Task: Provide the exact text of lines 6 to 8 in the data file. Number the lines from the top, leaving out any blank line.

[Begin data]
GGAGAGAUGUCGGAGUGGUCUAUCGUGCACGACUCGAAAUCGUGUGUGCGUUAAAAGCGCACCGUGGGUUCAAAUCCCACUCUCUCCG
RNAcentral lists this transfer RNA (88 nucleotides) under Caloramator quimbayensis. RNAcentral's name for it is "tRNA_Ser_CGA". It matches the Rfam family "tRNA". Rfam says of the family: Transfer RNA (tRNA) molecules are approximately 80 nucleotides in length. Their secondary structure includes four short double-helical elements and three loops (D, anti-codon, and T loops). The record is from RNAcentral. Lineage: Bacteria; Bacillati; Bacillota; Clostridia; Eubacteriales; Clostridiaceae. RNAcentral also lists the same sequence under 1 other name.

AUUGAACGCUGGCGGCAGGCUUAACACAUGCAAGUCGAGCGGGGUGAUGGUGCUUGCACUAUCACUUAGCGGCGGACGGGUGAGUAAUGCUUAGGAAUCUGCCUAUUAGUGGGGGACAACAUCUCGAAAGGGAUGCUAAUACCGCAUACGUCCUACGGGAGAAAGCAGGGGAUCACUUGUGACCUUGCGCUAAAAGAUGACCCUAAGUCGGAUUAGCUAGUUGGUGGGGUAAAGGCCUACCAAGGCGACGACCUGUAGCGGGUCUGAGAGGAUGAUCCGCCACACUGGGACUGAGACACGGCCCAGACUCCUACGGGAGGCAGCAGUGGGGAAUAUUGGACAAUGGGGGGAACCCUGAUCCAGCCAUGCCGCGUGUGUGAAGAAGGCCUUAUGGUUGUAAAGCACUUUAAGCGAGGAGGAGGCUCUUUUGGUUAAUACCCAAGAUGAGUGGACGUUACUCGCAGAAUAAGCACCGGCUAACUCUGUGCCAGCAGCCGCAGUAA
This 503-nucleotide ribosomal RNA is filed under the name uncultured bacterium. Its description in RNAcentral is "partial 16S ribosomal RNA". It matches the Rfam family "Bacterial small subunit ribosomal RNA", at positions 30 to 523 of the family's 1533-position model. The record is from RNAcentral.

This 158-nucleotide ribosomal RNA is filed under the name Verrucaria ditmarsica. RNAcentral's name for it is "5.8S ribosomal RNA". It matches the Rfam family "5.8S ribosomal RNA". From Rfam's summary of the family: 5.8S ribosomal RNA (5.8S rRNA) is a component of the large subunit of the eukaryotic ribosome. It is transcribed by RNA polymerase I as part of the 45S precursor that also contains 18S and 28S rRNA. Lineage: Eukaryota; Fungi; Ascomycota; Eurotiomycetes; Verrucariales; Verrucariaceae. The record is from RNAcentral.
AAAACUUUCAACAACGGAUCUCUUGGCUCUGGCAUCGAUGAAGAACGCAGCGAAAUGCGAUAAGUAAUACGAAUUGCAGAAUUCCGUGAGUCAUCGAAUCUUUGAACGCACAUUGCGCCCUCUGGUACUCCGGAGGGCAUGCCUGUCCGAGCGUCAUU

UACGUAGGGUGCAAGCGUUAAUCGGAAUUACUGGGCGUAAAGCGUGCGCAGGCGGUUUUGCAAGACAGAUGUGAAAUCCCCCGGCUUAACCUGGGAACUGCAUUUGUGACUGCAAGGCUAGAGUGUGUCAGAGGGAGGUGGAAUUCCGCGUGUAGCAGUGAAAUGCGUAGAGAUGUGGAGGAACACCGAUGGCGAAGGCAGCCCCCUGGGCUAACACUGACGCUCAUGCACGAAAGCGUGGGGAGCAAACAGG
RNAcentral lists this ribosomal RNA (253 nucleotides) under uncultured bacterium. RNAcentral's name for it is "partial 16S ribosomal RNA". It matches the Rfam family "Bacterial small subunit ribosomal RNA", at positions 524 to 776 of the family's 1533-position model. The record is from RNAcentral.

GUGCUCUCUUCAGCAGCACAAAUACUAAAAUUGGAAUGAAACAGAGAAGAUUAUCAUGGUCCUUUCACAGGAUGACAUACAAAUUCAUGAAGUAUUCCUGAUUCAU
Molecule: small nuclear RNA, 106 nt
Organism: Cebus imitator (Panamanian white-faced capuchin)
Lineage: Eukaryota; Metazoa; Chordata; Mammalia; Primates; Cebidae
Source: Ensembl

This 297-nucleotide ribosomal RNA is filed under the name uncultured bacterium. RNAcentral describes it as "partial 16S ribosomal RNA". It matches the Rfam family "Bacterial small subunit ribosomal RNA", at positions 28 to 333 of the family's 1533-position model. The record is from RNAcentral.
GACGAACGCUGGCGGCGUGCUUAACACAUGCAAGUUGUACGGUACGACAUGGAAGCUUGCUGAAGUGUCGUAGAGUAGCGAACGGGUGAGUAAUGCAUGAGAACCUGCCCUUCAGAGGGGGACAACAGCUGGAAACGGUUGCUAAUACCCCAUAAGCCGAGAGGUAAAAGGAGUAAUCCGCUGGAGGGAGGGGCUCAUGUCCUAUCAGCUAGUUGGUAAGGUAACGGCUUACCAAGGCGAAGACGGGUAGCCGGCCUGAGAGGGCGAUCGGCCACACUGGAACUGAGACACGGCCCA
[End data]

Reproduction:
AAAACUUUCAACAACGGAUCUCUUGGCUCUGGCAUCGAUGAAGAACGCAGCGAAAUGCGAUAAGUAAUACGAAUUGCAGAAUUCCGUGAGUCAUCGAAUCUUUGAACGCACAUUGCGCCCUCUGGUACUCCGGAGGGCAUGCCUGUCCGAGCGUCAUU

UACGUAGGGUGCAAGCGUUAAUCGGAAUUACUGGGCGUAAAGCGUGCGCAGGCGGUUUUGCAAGACAGAUGUGAAAUCCCCCGGCUUAACCUGGGAACUGCAUUUGUGACUGCAAGGCUAGAGUGUGUCAGAGGGAGGUGGAAUUCCGCGUGUAGCAGUGAAAUGCGUAGAGAUGUGGAGGAACACCGAUGGCGAAGGCAGCCCCCUGGGCUAACACUGACGCUCAUGCACGAAAGCGUGGGGAGCAAACAGG
RNAcentral lists this ribosomal RNA (253 nucleotides) under uncultured bacterium. RNAcentral's name for it is "partial 16S ribosomal RNA". It matches the Rfam family "Bacterial small subunit ribosomal RNA", at positions 524 to 776 of the family's 1533-position model. The record is from RNAcentral.